Belief Systems: Artworks and Cultural Artifacts from St. Lawrence University's Permanent Collection | St. Lawrence University Richard F. Brush Art Gallery

Belief Systems: Artworks and Cultural Artifacts from St. Lawrence University's Permanent Collection

Wednesday, January 15, 2020 to Saturday, February 22, 2020
print of a mermaid wearing an amauti

Ningeokuluk Teevee, Sedna’s Wonder, 2009, lithograph, 49/50, SLU 2010.3.17

How do people give meaning to their lives and to the world around them? How do they make sense of what happens to themselves, to others?

By definition, belief systems are “a set of principles or tenets which together form the basis of a religion, philosophy, or moral code.” For the past several years, as part of its educational mission, the Richard F. Brush Art Gallery has acquired artworks and cultural artifacts that illustrate and explore different belief systems from around the world. As such, St. Lawrence University’s permanent collection can be integrated into the undergraduate, liberal arts curriculum for teaching and research in a variety of courses, including Art & Art History, Canadian Studies, Environmental Studies, Global Studies, Modern Languages, Philosophy, and Religious Studies, among others.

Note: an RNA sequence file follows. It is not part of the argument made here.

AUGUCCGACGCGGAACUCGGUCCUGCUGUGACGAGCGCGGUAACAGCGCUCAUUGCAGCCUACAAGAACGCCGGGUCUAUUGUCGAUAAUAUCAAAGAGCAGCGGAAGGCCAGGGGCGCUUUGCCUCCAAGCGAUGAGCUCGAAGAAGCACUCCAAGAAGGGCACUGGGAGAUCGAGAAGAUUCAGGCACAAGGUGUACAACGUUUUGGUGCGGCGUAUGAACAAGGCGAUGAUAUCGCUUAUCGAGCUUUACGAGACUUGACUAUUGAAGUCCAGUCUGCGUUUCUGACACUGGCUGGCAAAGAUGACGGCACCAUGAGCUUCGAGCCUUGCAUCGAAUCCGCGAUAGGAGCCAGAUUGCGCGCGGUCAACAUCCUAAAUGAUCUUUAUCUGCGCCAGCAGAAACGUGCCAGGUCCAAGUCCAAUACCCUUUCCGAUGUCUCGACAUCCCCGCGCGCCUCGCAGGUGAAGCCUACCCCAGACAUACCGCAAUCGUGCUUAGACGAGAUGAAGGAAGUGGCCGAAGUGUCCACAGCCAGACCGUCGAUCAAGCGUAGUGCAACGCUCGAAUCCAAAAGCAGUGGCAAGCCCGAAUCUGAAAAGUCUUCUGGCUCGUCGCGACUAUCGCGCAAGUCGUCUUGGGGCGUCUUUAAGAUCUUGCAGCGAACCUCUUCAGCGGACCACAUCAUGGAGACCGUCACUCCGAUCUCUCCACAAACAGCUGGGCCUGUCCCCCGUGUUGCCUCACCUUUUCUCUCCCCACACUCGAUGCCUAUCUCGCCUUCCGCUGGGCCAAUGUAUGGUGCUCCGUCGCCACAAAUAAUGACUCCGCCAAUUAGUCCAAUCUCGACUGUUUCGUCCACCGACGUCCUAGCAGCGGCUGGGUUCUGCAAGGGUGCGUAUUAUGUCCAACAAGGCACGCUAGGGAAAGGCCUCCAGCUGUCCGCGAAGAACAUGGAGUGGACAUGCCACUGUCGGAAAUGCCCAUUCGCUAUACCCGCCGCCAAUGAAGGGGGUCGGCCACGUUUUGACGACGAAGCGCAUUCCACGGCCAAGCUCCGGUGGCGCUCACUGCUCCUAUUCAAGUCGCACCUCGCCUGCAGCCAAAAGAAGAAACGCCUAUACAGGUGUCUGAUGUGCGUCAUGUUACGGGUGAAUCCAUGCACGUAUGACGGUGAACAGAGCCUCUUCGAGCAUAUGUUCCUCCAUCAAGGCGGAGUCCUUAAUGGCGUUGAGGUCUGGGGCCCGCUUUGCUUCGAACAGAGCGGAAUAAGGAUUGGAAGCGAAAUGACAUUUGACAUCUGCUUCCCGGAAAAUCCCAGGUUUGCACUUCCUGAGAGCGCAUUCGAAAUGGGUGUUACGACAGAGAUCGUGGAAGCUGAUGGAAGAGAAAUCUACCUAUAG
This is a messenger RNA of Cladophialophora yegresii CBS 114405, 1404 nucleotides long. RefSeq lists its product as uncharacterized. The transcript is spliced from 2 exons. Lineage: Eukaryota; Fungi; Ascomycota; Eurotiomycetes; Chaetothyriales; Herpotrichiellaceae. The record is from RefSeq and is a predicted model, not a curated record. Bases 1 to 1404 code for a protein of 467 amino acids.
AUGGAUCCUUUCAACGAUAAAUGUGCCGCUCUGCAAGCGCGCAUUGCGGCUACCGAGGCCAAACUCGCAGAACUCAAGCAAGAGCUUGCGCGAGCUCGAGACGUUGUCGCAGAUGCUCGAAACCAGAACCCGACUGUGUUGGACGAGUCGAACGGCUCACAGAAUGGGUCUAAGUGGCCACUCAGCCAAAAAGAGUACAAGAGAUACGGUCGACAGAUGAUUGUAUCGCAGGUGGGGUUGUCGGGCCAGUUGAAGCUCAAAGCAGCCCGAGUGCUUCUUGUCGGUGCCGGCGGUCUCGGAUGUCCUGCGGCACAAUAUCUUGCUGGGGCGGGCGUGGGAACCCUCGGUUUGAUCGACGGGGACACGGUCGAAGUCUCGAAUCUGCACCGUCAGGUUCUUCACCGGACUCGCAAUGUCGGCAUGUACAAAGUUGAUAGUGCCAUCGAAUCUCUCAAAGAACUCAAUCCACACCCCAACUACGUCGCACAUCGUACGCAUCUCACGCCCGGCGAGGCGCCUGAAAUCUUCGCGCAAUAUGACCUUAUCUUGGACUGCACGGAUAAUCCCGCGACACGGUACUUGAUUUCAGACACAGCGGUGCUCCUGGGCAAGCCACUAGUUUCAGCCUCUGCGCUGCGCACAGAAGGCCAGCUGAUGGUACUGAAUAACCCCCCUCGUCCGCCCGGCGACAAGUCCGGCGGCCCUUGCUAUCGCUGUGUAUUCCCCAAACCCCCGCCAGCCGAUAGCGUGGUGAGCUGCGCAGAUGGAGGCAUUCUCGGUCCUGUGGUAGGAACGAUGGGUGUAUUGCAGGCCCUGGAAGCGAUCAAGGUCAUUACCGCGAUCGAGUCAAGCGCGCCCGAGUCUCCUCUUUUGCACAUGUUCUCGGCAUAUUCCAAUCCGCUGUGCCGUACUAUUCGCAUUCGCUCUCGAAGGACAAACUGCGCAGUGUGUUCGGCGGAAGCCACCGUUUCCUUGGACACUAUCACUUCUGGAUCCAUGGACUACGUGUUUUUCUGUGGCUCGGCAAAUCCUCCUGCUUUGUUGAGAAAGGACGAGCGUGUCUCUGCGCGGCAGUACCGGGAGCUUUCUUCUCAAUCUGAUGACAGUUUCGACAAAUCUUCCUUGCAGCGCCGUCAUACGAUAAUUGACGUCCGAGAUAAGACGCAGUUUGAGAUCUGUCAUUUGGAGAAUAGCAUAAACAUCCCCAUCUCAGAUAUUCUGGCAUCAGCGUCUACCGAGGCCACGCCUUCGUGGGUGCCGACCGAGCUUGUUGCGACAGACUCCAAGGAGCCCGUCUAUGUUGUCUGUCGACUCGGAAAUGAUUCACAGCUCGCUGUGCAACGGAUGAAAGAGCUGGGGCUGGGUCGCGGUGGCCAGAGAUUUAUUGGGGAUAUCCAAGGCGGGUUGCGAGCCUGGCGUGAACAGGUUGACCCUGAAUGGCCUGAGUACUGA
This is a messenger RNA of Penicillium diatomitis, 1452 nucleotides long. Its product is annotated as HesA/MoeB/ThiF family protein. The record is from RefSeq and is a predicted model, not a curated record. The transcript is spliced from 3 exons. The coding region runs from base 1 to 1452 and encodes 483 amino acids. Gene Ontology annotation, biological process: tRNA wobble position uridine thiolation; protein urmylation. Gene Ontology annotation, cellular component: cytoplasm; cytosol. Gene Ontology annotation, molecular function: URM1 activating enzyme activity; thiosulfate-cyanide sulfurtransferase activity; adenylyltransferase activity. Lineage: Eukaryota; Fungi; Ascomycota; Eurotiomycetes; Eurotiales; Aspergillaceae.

Objects in the exhibition interpret Judeo-Christian beliefs from the German Renaissance to present day, with works by Albrecht Dürer, William Blake, Georges Rouault, Marc Chagall, Rockwell Kent, Eric Avery, and others. By contrast, Tibetan Buddhist thangka scrolls, Jain manuscripts, and Hindu chakra paintings from southeast Asia illustrate the relationship between aesthetic expression and devotional practice, as do beaded flags and altarpieces from the Haitian vodou tradition. Works by Canadian Inuit, indigenous Amazonian, and Akwesasne Mohawk artists recognize the natural, spiritual, and supernatural worlds through paintings, prints, drawings, and textiles.

The exhibition is not intended to be comprehensive, but offers a window into some of the ways people have made meaning of their lives over time.

Special thanks to Caroline Welsh, art historian and exhibition co-curator, and McKael Barnes, SLU Class of 2020, gallery assistant.